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It’s safe to say that, for most modern-day producers looking to create full-sounding, high-quality drum patterns, they aren’t all out looking for hardware drum machines. But to the VST-lovers out there, I do urge you to look outside of the DAW for a moment.

There are many options in this department, but for this review, I want to bring up two offerings from Roland that have a direct link to electronic-music history, plus they offer a certain ease of use. Hang with me.


One is Roland’s TR-6S Rhythm Performer, which is a smaller version of the Roland TR-8S, with the latter boasting six sound channels and ACB (Analog Circuit Behavior) recreation for the TR-606, TR-707, TR-808, and TR-909 on board. The other is Roland’s TR-06, which is the Boutique version of the original Roland TR-606. It’s fully recreated with ACB technology to sound and react to everything the way that the original 606 did, even down to the button layout and features. These two are quite impressive, but let’s break it down a little bit to help you better understand.

Features: Out of the box, these two units look completely different, but they function in a very similar way. Starting with the TR-6S… like I said, it has six channels with some moderately sturdy faders that move quite well. They can be a little clunky at times, but I like the feel of them overall. Each channel is labeled for the Bass Drum, Snare Drum, Low Tom, Hand Clap, Closed HiHat, and Open HiHat, along with a different-colored LCD outlining the edges of the area under the fader. Using those individual channels, you can use the instrument button on the right-hand side and change your sample or ACB sound on each to customize your own drum kits and such.

You can also use the kit button on the right-hand side to change any of the pre-made kits and hear all of the pre-made patterns that the machine comes loaded with. You can also use the PTN Select (Pattern Select) button on the left-hand side to see all the pre-loaded patterns; but it also can get to the open patterns, so you can make and save your own as well.

Running along the bottom of the unit is a very familiar sight – a lighted step sequence that changes its function, depending on which button is selected above. It includes options for A through H of different variations on each pattern, two options to do a roll on the fly for both 16th and 32nd notes, and one pad for each instrument channel above as well. The pads feel very nice, even though they are quite small. It is hard to use them like you would an MPC to play live (because of their size), but I’m sure it is something you can get used to.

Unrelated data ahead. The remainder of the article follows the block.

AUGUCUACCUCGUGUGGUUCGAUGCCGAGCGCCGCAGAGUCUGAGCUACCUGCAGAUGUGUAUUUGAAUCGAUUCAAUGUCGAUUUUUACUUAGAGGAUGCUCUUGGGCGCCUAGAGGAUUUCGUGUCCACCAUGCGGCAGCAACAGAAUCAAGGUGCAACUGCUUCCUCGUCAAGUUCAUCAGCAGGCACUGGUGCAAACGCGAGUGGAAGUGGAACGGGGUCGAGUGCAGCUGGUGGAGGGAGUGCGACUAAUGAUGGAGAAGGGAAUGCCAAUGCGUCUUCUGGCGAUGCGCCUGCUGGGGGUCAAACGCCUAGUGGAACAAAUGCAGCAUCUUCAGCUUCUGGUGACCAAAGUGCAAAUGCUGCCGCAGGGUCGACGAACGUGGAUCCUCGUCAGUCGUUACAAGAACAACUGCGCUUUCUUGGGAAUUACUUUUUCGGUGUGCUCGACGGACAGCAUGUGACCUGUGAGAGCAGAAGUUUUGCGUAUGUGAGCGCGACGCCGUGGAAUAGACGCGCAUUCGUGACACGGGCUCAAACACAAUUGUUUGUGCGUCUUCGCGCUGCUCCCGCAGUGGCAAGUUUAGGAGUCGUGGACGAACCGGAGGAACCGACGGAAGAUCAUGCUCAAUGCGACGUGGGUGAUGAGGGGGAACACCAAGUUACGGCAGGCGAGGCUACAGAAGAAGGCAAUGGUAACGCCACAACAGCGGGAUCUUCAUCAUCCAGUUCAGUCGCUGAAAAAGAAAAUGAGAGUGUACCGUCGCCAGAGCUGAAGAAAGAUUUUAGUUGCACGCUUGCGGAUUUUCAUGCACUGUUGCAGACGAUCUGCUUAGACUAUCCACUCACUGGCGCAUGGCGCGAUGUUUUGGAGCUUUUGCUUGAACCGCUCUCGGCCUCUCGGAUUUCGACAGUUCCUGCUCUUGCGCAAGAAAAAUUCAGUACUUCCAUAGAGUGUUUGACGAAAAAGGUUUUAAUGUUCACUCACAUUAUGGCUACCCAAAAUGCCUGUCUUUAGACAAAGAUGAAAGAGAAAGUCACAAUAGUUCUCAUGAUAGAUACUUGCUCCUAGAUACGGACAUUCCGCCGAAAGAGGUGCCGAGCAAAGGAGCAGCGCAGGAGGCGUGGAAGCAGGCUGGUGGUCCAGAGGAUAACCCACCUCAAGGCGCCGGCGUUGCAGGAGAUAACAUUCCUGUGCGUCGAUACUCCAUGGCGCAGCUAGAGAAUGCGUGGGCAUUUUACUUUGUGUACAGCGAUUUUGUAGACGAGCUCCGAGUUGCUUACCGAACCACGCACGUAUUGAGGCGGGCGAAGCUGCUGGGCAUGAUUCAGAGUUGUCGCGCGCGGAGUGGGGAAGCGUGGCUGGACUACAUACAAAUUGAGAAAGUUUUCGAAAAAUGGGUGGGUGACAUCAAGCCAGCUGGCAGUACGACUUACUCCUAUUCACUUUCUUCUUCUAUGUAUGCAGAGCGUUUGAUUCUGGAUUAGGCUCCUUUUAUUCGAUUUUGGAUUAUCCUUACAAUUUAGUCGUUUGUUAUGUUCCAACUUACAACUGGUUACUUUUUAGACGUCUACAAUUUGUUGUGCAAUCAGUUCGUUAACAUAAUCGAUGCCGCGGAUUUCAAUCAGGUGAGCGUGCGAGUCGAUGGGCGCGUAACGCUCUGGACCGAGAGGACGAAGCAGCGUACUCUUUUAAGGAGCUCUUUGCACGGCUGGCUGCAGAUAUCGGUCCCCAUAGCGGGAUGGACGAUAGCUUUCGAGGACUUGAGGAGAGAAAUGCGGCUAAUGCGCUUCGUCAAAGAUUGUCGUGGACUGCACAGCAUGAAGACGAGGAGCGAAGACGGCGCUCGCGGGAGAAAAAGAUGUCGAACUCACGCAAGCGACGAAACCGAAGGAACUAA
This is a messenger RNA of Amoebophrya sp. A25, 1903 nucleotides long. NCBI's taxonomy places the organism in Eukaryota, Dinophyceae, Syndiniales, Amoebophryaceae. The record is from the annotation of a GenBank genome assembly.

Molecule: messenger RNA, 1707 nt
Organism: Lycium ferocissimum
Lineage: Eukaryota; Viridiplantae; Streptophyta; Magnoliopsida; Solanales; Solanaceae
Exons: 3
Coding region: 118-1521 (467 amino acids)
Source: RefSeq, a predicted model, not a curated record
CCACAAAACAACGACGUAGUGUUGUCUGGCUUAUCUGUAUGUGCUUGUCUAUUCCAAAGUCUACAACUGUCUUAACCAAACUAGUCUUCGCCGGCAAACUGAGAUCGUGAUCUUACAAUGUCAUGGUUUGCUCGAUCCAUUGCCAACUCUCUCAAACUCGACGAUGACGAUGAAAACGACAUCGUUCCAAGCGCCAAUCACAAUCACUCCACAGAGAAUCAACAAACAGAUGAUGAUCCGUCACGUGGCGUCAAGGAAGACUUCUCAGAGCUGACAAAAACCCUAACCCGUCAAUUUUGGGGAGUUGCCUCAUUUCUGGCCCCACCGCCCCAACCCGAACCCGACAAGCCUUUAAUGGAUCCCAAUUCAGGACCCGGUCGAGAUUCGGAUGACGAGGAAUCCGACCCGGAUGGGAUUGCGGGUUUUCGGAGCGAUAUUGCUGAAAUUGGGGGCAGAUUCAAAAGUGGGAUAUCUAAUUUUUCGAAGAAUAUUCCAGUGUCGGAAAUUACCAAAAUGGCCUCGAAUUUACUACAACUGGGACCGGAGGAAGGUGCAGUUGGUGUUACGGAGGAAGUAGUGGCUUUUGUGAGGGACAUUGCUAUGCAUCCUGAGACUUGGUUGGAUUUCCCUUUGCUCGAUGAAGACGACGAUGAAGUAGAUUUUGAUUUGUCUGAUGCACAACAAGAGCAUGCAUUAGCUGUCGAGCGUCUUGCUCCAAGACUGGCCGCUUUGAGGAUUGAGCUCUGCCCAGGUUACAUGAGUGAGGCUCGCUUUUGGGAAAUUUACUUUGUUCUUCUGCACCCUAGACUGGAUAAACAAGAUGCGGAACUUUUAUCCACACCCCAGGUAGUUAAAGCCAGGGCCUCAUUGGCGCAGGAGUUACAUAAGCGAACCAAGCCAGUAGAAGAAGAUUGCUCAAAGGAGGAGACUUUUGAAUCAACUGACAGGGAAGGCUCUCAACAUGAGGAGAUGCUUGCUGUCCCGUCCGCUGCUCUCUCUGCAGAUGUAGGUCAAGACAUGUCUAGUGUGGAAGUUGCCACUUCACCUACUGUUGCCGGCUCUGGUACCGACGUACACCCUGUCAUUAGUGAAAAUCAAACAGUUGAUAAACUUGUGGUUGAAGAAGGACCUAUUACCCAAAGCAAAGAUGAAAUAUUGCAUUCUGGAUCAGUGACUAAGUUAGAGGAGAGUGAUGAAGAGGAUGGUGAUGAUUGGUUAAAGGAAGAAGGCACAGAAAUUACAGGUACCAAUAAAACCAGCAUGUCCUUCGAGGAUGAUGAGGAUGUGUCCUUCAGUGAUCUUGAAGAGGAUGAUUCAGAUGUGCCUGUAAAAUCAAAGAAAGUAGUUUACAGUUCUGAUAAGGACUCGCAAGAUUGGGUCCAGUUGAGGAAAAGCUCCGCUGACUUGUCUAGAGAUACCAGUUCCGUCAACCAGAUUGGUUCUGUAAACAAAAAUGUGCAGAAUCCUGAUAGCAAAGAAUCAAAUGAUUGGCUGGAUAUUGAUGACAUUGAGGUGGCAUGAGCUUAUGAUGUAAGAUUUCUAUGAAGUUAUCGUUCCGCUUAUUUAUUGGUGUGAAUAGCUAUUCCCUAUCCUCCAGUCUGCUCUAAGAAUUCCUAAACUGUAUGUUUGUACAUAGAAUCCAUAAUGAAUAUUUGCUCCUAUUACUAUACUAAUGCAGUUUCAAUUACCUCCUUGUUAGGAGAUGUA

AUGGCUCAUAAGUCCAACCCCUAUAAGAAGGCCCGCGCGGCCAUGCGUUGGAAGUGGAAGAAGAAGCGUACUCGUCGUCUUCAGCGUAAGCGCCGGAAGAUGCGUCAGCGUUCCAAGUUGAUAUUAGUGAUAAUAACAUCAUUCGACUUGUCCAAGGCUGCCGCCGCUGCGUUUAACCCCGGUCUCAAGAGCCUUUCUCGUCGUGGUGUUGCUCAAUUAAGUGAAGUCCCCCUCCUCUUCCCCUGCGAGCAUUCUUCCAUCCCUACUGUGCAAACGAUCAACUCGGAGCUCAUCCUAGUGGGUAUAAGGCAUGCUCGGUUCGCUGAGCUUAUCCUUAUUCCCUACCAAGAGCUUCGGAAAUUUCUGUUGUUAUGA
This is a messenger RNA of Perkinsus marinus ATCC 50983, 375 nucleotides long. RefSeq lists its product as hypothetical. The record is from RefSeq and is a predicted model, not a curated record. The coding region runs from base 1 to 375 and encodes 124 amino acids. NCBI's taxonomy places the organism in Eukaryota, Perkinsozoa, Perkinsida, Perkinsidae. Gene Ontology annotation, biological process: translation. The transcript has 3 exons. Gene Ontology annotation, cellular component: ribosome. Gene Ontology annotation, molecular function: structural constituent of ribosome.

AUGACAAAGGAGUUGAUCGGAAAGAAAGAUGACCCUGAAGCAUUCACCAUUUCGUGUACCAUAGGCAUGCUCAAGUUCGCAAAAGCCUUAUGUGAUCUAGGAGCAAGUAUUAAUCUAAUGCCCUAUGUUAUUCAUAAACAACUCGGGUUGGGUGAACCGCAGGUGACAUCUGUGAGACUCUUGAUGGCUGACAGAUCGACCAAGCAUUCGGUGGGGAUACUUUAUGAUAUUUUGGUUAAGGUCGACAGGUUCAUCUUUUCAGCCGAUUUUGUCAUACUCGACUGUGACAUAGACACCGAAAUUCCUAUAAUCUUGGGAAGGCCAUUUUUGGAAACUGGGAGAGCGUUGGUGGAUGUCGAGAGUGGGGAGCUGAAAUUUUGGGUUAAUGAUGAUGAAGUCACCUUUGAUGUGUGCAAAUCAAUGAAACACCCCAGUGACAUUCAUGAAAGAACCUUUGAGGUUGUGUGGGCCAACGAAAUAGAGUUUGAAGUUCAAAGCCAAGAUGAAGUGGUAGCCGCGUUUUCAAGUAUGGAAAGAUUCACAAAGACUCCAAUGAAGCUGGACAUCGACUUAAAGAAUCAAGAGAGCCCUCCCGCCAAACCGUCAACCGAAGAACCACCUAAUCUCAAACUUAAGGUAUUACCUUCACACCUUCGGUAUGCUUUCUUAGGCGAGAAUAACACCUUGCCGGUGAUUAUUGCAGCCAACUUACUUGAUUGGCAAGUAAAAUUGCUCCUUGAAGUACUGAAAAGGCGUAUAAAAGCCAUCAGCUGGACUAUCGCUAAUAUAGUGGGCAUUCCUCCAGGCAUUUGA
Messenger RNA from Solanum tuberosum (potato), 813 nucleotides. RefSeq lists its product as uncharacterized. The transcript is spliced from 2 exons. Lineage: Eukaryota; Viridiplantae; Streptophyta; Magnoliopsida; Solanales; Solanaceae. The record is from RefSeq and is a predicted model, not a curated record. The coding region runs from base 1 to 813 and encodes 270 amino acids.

The TR-REC function goes back quite far in the history of Roland and it is the main function button you would use when programming all of your drum patterns on the unit. With the three included greenlit knobs on the top of the unit, you can do so much more than you would think. The normal functions are for Tuning, Decay, and CTRL (which lets you customize a certain effect that is programed to each individual channel/instrument per kit). But using the shift key, you can also control the Reverb, Delay, and then get into the Master FX. Using the Master FX, you can dial in a whole suite of effects that really can take the drum sounds you pick and truly make them your own, while giving you the chance to record them in using Motion or play them in real-time.

On the back of the unit, there isn’t a lot, but still enough to impress. The SD card slot offers you the option to add your own .WAV files to it, so you can select them and make/save your own drum kits with your own samples on the unit. That is a truly useful tool for personalizing your production, playing your older songs live, taking your kits to a friends’ house, and personalizing the use of the TR-6S with it being a standalone unit. The rest of the back includes two ¼-inch main outs, a MIDI in/out, and a USB Type B port that you can use to power the unit when connected to a power brick or computer.

There is just so much you can do on this little machine, and I do have to say that I am really impressed by it with its inclusion of the ACB technology, the 16-step sequencer, the faders for each channel, and all of the effects that are on board. It’s the most solid modern drum machine of its size that I’ve had the chance to try out in many years. It’s an all-in-one unit that houses some of the most iconic drum sounds (re-created to act, react, and sound like its predecessors), while being innovative and special in its own right.

Now, on to the Roland TR-06, a very special run on the Boutique line of drum machines. The Boutique drum machines are close-to-exact digital re-creations of original Roland units from the past – these shaped the ones we have today, like the 6S above. This particular unit is an ACB re-creation of the bold Roland TR-606. Not a heavy seller in its day in comparison to some of its relatives, but a solid machine with sounds you still hear today in top productions by top artists. Boasting a 32-step sequencer that can have eight different variations per pattern, six different instruments, and going all the way up to 128 patterns, the TR-06 is a beastly little unit that can bring that vintage 606 sound to a modern set-up.